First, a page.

FROM ARCHIVES OF GENERAL PSYCHIATRY
Cognitive therapy after trauma appears to reduce the symptoms of posttraumatic stress disorder, whether administered immediately after a traumatic event or delayed for several months, a study has shown.
Escitalopram treatment was significantly less effective than either cognitive-behavioral therapy or prolonged-exposure (PE) treatment, and no more effective than placebo in treating PTSD symptoms.
"Survivors with persistent PTSD symptoms should be encouraged to engage in early, trauma-caused cognitive-behavioral therapies," wrote Dr. Arieh Y. Shalev of Hadassah University Hospital, Jerusalem, and his colleagues. If immediate treatment is not possible, "health care providers can safely delay the onset of interventions until resources become available," he noted.
The researchers examined the effect of both types of psychological treatment given early or delayed, and medical therapy with escitalopram in 242 trauma survivors. Most patients (201) had been in motor vehicle accidents; 26 had been involved in a terrorist attack. The rest had unspecified events. At baseline, all of the patients had diagnosed PTSD.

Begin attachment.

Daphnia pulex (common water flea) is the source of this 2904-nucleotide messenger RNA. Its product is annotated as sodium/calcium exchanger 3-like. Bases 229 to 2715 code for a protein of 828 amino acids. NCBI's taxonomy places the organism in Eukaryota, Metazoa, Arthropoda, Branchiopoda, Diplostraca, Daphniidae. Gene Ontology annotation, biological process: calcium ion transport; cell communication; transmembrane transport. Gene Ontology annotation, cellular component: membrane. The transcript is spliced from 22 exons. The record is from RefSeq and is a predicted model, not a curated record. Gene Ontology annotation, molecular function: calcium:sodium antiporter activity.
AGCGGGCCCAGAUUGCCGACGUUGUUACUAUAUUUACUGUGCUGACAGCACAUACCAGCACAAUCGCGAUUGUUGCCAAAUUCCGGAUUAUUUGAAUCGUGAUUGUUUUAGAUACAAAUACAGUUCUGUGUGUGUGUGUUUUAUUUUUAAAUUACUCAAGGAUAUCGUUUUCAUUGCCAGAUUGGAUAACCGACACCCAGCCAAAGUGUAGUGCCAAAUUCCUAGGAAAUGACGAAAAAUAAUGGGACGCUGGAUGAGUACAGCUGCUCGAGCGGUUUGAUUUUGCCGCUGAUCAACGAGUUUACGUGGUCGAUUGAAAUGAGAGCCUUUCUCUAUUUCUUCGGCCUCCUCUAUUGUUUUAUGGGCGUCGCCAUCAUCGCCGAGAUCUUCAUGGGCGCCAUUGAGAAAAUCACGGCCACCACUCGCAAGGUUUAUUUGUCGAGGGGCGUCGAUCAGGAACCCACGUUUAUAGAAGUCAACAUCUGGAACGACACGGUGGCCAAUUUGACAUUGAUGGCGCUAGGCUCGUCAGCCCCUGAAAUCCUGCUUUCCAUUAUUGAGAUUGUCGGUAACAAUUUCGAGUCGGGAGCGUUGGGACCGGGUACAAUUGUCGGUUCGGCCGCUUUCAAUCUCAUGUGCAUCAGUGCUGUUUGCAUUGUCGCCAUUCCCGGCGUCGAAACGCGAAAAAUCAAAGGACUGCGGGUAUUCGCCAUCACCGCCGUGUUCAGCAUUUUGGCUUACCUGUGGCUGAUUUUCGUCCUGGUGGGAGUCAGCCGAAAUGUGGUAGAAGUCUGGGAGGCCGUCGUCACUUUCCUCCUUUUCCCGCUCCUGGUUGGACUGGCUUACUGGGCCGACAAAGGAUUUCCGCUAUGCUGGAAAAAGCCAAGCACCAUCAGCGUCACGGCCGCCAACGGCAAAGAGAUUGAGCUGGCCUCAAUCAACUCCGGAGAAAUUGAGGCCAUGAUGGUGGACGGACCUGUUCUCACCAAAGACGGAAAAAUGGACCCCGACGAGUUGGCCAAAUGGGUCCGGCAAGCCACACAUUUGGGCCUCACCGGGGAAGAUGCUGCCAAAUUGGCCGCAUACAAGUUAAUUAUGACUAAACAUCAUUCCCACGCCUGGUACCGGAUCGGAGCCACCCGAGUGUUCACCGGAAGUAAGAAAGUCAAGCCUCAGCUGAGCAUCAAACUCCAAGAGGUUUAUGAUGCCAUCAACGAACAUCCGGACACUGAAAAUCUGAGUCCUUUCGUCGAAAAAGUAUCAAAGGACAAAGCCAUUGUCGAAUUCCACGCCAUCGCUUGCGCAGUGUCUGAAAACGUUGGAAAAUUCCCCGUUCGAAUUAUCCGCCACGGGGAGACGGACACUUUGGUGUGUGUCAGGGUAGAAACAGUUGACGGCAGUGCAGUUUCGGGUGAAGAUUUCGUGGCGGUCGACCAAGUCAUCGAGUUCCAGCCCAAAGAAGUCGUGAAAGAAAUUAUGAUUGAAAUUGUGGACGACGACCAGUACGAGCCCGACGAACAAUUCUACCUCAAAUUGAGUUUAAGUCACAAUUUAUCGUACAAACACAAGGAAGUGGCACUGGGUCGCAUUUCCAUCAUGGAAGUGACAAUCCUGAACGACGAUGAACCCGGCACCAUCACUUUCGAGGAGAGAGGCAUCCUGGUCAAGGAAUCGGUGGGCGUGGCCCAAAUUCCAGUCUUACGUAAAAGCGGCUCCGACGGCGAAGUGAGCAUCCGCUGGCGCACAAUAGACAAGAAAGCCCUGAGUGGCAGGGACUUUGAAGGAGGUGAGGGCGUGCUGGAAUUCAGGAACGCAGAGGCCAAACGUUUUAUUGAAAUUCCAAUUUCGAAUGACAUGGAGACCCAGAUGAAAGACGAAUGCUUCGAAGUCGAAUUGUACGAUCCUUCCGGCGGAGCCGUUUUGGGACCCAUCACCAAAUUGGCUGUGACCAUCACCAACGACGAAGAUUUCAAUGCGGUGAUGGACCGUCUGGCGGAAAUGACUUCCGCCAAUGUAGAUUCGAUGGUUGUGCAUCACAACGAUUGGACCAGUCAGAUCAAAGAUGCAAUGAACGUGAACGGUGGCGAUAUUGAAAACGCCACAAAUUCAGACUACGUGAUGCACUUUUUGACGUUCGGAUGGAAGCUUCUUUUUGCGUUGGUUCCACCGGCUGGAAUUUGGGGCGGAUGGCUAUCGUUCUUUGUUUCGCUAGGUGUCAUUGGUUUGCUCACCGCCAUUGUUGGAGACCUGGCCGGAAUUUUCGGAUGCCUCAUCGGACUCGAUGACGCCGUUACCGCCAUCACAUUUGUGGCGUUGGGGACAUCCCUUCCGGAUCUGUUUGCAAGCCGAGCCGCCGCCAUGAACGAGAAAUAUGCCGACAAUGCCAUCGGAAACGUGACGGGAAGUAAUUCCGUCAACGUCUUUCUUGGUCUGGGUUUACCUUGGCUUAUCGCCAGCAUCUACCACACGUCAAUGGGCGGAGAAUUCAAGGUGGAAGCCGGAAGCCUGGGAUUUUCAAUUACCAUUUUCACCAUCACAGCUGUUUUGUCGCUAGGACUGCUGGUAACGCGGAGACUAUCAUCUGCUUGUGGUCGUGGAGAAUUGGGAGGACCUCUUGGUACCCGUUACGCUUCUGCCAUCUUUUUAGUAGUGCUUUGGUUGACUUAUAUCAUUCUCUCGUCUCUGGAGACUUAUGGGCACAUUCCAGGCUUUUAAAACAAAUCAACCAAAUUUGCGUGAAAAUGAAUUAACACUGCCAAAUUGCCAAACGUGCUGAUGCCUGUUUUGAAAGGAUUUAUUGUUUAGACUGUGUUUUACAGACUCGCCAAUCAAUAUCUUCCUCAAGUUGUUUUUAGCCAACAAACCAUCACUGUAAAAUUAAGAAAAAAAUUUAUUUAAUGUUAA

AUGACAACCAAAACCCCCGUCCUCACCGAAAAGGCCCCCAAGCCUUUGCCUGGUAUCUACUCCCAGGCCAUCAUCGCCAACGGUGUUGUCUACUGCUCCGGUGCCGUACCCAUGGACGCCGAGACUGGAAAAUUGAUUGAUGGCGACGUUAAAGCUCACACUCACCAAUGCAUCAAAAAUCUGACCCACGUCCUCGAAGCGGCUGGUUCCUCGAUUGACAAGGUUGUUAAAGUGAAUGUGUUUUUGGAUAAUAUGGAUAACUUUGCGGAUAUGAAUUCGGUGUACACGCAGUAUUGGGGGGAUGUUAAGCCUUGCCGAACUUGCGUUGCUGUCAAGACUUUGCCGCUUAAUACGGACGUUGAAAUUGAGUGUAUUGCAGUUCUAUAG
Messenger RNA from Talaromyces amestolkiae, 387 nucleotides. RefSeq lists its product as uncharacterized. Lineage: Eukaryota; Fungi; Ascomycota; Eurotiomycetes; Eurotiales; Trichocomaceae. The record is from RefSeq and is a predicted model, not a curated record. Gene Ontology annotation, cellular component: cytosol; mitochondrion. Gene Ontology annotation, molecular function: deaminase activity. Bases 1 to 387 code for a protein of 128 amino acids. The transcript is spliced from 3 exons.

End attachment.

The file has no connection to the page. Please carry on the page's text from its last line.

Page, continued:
The group was randomized to five treatment modes: prolonged-exposure therapy (63), cognitive therapy (40), escitalopram 20 mg daily (23), placebo (23), or a wait list (93). Randomization occurred a mean of 19 days after the traumatic event. The Clinician-Administered PTSD Scale (CAPS 5) assessed symptoms at baseline, and at 5 and 9 months after the incident. Patients assessed their own symptoms with the PTSD Symptom Scale Self-Report.
Those in the prolonged-exposure group received psychoe-ducation, breath training, prolonged imagination of their event memories, and in vivo exposure to avoided situations. Cognitive therapy (CT) consisted of identifying and examining negative thoughts, and modification of underlying cognitive schemas. …